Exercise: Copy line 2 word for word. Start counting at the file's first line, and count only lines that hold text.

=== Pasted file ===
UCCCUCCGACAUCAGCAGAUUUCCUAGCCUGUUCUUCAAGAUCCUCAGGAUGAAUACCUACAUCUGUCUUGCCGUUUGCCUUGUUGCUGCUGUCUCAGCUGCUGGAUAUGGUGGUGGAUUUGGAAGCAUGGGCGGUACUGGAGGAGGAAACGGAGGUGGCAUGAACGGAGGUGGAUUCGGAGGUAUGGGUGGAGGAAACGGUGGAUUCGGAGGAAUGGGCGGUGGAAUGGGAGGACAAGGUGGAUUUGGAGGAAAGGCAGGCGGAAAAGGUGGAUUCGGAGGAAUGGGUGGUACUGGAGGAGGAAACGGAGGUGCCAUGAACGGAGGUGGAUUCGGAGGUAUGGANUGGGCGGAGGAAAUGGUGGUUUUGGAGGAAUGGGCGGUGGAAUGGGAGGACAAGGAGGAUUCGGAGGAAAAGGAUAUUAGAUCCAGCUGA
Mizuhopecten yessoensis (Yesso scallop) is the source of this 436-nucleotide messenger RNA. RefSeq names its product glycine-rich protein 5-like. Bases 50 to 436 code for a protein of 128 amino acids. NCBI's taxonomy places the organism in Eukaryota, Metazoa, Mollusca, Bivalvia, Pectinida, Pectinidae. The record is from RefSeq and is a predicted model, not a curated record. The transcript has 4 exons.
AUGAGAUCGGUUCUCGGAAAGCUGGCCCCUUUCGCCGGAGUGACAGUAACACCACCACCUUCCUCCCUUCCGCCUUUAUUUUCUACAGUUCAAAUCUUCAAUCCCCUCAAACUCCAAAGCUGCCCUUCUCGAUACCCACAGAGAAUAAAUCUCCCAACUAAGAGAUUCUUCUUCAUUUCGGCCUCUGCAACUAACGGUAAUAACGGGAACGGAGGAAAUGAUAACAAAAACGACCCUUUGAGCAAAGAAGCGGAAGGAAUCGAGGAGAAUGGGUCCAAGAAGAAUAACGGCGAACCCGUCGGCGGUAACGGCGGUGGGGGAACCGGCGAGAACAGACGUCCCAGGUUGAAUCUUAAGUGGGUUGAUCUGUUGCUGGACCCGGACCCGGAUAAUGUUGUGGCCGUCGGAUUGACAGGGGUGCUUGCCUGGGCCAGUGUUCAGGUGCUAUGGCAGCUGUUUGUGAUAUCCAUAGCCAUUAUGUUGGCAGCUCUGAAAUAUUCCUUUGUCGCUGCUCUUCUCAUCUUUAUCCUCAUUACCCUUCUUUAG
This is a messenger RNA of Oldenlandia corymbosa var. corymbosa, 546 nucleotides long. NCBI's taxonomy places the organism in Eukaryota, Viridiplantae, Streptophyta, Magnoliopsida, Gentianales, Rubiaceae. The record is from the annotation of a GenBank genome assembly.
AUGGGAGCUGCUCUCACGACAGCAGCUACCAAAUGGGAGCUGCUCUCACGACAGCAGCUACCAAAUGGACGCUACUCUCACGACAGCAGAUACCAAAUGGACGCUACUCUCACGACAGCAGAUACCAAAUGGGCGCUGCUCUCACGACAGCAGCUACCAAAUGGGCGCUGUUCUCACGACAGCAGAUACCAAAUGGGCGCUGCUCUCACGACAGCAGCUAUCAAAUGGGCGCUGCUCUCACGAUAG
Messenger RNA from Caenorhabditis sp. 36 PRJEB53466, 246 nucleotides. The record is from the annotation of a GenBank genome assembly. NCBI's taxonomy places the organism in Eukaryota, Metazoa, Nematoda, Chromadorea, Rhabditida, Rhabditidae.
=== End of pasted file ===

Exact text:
Mizuhopecten yessoensis (Yesso scallop) is the source of this 436-nucleotide messenger RNA. RefSeq names its product glycine-rich protein 5-like. Bases 50 to 436 code for a protein of 128 amino acids. NCBI's taxonomy places the organism in Eukaryota, Metazoa, Mollusca, Bivalvia, Pectinida, Pectinidae. The record is from RefSeq and is a predicted model, not a curated record. The transcript has 4 exons.